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Options... by simon

Posted February 10, 2013 at 21:01 by diamondx

The ICEM CFD Prism algorithm can not move hexa's out of the way as it inflates the prisms. Therefore, you need to make sure that you don't convert tetra to hexa before prism inflation.

With ICEM CFD, there are always other ways...

1) You could try a Hexa (blocking tab) mesh. This would be really easy if you really wanted to do a sphere in a box... What is your real application? Aircraft shapes, wings, etc. are also pretty easy to do with Hexa blocking. It gives a pure hexa mesh very quickly with the best boundary layers possible and it has very low memory requirements (the lowest of any meshing tool I know).

2) You could try hexa core... Personally, I prefer the transitions in the 12 to 1 conversion, but Hexa Core will use less memory (cartesian algorithm). To use it, start with a Tetra prism mesh, but with a large max size in the volume (to reduce the amount of mesh generated in the volume). Then generate prisms... Then go back into Params by parts and set a max size and turn on hexcore for the volume parts you want to have hexa core in... (other hexa core settings are under global params => volume params => Cartesian => Hexa Core.) This will dump your octree tetras (but keep the surface mesh and prisms). It then uses a cartesian algorithm to generate the hexa core of the right size in the volume, which it then steps back a few layers from the pre existing mesh. Then it uses a delaunay algorithm to fill in the gap between the Hexas and Prisms with Tetras...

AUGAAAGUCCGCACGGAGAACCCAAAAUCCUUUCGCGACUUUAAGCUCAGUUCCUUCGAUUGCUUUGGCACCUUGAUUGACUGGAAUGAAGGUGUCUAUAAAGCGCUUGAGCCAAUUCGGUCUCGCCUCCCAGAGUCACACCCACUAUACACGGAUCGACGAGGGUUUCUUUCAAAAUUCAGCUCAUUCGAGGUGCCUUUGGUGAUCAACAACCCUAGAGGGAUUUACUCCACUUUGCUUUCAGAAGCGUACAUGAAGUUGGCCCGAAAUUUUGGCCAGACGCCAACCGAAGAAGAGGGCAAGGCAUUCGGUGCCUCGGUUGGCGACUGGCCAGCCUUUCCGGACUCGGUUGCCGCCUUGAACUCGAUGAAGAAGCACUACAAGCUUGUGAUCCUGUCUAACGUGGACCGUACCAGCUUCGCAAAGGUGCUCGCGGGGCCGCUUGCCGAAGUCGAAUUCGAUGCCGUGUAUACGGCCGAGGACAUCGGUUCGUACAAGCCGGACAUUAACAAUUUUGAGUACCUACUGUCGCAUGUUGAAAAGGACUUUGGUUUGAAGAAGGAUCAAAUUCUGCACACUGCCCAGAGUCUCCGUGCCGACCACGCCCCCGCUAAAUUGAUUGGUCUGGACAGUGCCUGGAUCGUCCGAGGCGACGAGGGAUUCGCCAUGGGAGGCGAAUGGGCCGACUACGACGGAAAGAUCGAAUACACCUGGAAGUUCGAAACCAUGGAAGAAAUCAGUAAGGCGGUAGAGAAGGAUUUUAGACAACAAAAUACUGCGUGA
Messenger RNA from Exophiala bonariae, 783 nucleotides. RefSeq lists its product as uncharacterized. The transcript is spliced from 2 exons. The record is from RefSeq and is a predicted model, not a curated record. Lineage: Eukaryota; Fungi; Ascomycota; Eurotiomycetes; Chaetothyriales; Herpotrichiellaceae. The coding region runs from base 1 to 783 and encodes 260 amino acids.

3) The ICEM CFD Hexa core isn't as good as the TGrid Hexa Core. TGrid is a bit of a memory pig, but if it is all the same to you, you should try it out. TGrid Hexa core is ideal for Fluent in that it supports hanging nodes, even with adjacent tetras (ICEM Hexa Core only supports haning nodes within the Cartesian region, but fails if they are at the surface adjacent to tetras). The TGrid Hexa Core is also able to go to the walls if they are flat.

4) You could try subdividing your geometry into smaller chunks that your memory capacity could handle. Again, the practicality of this would be dependent on the geometry...
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